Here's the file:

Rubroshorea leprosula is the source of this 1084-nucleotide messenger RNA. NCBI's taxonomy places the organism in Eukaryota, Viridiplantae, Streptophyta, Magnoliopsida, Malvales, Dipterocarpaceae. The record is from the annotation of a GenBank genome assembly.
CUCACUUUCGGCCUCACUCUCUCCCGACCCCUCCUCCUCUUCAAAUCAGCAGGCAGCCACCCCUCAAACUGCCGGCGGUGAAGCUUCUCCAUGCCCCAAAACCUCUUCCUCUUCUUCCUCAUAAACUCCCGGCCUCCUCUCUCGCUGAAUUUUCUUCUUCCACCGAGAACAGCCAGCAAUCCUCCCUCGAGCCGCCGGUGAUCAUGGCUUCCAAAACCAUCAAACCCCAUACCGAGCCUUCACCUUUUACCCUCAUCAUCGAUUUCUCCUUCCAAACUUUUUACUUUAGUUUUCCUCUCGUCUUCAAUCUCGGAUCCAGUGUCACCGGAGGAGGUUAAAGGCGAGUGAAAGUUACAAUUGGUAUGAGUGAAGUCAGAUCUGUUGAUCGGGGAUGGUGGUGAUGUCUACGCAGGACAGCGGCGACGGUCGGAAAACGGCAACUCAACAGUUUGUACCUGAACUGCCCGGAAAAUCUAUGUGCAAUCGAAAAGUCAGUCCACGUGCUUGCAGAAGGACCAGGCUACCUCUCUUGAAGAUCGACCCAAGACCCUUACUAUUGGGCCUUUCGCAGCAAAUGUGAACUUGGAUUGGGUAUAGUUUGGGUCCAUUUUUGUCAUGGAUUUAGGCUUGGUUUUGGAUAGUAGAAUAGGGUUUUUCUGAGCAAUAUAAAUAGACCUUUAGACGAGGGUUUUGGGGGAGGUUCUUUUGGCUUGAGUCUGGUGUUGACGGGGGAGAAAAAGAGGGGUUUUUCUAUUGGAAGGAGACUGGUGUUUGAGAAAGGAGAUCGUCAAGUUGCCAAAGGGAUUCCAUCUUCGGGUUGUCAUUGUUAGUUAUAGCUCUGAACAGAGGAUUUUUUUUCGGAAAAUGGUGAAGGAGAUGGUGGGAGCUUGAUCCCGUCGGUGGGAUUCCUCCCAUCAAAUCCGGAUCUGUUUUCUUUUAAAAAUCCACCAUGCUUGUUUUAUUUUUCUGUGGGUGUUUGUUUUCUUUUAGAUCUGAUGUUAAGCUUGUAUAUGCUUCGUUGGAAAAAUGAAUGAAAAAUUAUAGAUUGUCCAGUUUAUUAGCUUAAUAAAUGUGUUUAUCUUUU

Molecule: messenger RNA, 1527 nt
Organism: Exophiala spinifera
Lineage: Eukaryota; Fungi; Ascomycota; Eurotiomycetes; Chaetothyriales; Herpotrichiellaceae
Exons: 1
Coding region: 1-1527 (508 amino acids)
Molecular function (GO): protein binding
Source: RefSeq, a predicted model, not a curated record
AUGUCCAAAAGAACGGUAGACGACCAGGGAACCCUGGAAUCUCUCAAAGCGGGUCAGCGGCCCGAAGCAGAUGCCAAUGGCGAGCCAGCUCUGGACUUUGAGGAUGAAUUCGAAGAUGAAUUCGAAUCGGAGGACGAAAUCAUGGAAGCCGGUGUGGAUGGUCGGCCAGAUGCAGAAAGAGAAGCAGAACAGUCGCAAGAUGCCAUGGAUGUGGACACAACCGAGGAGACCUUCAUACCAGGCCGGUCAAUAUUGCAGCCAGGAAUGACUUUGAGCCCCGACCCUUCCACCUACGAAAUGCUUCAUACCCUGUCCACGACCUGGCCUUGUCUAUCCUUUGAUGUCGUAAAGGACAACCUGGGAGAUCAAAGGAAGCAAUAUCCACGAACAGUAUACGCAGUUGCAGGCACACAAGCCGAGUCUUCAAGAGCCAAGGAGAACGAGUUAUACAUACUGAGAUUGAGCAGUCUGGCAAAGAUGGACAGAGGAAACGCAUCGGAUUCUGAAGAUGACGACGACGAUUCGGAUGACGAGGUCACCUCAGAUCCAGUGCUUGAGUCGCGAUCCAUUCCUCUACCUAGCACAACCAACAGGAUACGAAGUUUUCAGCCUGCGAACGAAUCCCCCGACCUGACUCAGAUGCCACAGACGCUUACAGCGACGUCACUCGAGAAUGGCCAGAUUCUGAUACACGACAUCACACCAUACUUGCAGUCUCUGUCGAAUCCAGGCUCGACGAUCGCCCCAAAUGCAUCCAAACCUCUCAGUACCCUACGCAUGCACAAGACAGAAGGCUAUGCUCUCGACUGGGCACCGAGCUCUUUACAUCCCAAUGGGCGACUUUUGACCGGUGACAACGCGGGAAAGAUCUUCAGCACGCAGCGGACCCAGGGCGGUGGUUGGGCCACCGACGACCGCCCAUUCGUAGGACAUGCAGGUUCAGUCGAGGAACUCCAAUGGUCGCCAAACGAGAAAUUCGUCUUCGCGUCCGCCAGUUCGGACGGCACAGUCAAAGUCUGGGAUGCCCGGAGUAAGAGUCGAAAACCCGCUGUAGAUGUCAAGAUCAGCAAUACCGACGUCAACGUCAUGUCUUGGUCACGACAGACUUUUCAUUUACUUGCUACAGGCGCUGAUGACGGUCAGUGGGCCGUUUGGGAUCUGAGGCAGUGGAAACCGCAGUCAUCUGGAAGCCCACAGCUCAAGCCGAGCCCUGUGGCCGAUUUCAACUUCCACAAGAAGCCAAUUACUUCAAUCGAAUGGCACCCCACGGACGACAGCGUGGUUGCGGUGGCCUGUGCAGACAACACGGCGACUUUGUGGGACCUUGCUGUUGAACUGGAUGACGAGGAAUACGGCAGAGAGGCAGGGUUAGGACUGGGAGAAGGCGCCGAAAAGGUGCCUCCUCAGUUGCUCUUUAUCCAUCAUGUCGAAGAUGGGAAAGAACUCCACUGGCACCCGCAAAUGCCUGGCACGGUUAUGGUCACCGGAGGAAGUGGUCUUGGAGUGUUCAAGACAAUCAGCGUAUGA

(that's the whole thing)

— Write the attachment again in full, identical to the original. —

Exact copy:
Rubroshorea leprosula is the source of this 1084-nucleotide messenger RNA. NCBI's taxonomy places the organism in Eukaryota, Viridiplantae, Streptophyta, Magnoliopsida, Malvales, Dipterocarpaceae. The record is from the annotation of a GenBank genome assembly.
CUCACUUUCGGCCUCACUCUCUCCCGACCCCUCCUCCUCUUCAAAUCAGCAGGCAGCCACCCCUCAAACUGCCGGCGGUGAAGCUUCUCCAUGCCCCAAAACCUCUUCCUCUUCUUCCUCAUAAACUCCCGGCCUCCUCUCUCGCUGAAUUUUCUUCUUCCACCGAGAACAGCCAGCAAUCCUCCCUCGAGCCGCCGGUGAUCAUGGCUUCCAAAACCAUCAAACCCCAUACCGAGCCUUCACCUUUUACCCUCAUCAUCGAUUUCUCCUUCCAAACUUUUUACUUUAGUUUUCCUCUCGUCUUCAAUCUCGGAUCCAGUGUCACCGGAGGAGGUUAAAGGCGAGUGAAAGUUACAAUUGGUAUGAGUGAAGUCAGAUCUGUUGAUCGGGGAUGGUGGUGAUGUCUACGCAGGACAGCGGCGACGGUCGGAAAACGGCAACUCAACAGUUUGUACCUGAACUGCCCGGAAAAUCUAUGUGCAAUCGAAAAGUCAGUCCACGUGCUUGCAGAAGGACCAGGCUACCUCUCUUGAAGAUCGACCCAAGACCCUUACUAUUGGGCCUUUCGCAGCAAAUGUGAACUUGGAUUGGGUAUAGUUUGGGUCCAUUUUUGUCAUGGAUUUAGGCUUGGUUUUGGAUAGUAGAAUAGGGUUUUUCUGAGCAAUAUAAAUAGACCUUUAGACGAGGGUUUUGGGGGAGGUUCUUUUGGCUUGAGUCUGGUGUUGACGGGGGAGAAAAAGAGGGGUUUUUCUAUUGGAAGGAGACUGGUGUUUGAGAAAGGAGAUCGUCAAGUUGCCAAAGGGAUUCCAUCUUCGGGUUGUCAUUGUUAGUUAUAGCUCUGAACAGAGGAUUUUUUUUCGGAAAAUGGUGAAGGAGAUGGUGGGAGCUUGAUCCCGUCGGUGGGAUUCCUCCCAUCAAAUCCGGAUCUGUUUUCUUUUAAAAAUCCACCAUGCUUGUUUUAUUUUUCUGUGGGUGUUUGUUUUCUUUUAGAUCUGAUGUUAAGCUUGUAUAUGCUUCGUUGGAAAAAUGAAUGAAAAAUUAUAGAUUGUCCAGUUUAUUAGCUUAAUAAAUGUGUUUAUCUUUU

Molecule: messenger RNA, 1527 nt
Organism: Exophiala spinifera
Lineage: Eukaryota; Fungi; Ascomycota; Eurotiomycetes; Chaetothyriales; Herpotrichiellaceae
Exons: 1
Coding region: 1-1527 (508 amino acids)
Molecular function (GO): protein binding
Source: RefSeq, a predicted model, not a curated record
AUGUCCAAAAGAACGGUAGACGACCAGGGAACCCUGGAAUCUCUCAAAGCGGGUCAGCGGCCCGAAGCAGAUGCCAAUGGCGAGCCAGCUCUGGACUUUGAGGAUGAAUUCGAAGAUGAAUUCGAAUCGGAGGACGAAAUCAUGGAAGCCGGUGUGGAUGGUCGGCCAGAUGCAGAAAGAGAAGCAGAACAGUCGCAAGAUGCCAUGGAUGUGGACACAACCGAGGAGACCUUCAUACCAGGCCGGUCAAUAUUGCAGCCAGGAAUGACUUUGAGCCCCGACCCUUCCACCUACGAAAUGCUUCAUACCCUGUCCACGACCUGGCCUUGUCUAUCCUUUGAUGUCGUAAAGGACAACCUGGGAGAUCAAAGGAAGCAAUAUCCACGAACAGUAUACGCAGUUGCAGGCACACAAGCCGAGUCUUCAAGAGCCAAGGAGAACGAGUUAUACAUACUGAGAUUGAGCAGUCUGGCAAAGAUGGACAGAGGAAACGCAUCGGAUUCUGAAGAUGACGACGACGAUUCGGAUGACGAGGUCACCUCAGAUCCAGUGCUUGAGUCGCGAUCCAUUCCUCUACCUAGCACAACCAACAGGAUACGAAGUUUUCAGCCUGCGAACGAAUCCCCCGACCUGACUCAGAUGCCACAGACGCUUACAGCGACGUCACUCGAGAAUGGCCAGAUUCUGAUACACGACAUCACACCAUACUUGCAGUCUCUGUCGAAUCCAGGCUCGACGAUCGCCCCAAAUGCAUCCAAACCUCUCAGUACCCUACGCAUGCACAAGACAGAAGGCUAUGCUCUCGACUGGGCACCGAGCUCUUUACAUCCCAAUGGGCGACUUUUGACCGGUGACAACGCGGGAAAGAUCUUCAGCACGCAGCGGACCCAGGGCGGUGGUUGGGCCACCGACGACCGCCCAUUCGUAGGACAUGCAGGUUCAGUCGAGGAACUCCAAUGGUCGCCAAACGAGAAAUUCGUCUUCGCGUCCGCCAGUUCGGACGGCACAGUCAAAGUCUGGGAUGCCCGGAGUAAGAGUCGAAAACCCGCUGUAGAUGUCAAGAUCAGCAAUACCGACGUCAACGUCAUGUCUUGGUCACGACAGACUUUUCAUUUACUUGCUACAGGCGCUGAUGACGGUCAGUGGGCCGUUUGGGAUCUGAGGCAGUGGAAACCGCAGUCAUCUGGAAGCCCACAGCUCAAGCCGAGCCCUGUGGCCGAUUUCAACUUCCACAAGAAGCCAAUUACUUCAAUCGAAUGGCACCCCACGGACGACAGCGUGGUUGCGGUGGCCUGUGCAGACAACACGGCGACUUUGUGGGACCUUGCUGUUGAACUGGAUGACGAGGAAUACGGCAGAGAGGCAGGGUUAGGACUGGGAGAAGGCGCCGAAAAGGUGCCUCCUCAGUUGCUCUUUAUCCAUCAUGUCGAAGAUGGGAAAGAACUCCACUGGCACCCGCAAAUGCCUGGCACGGUUAUGGUCACCGGAGGAAGUGGUCUUGGAGUGUUCAAGACAAUCAGCGUAUGA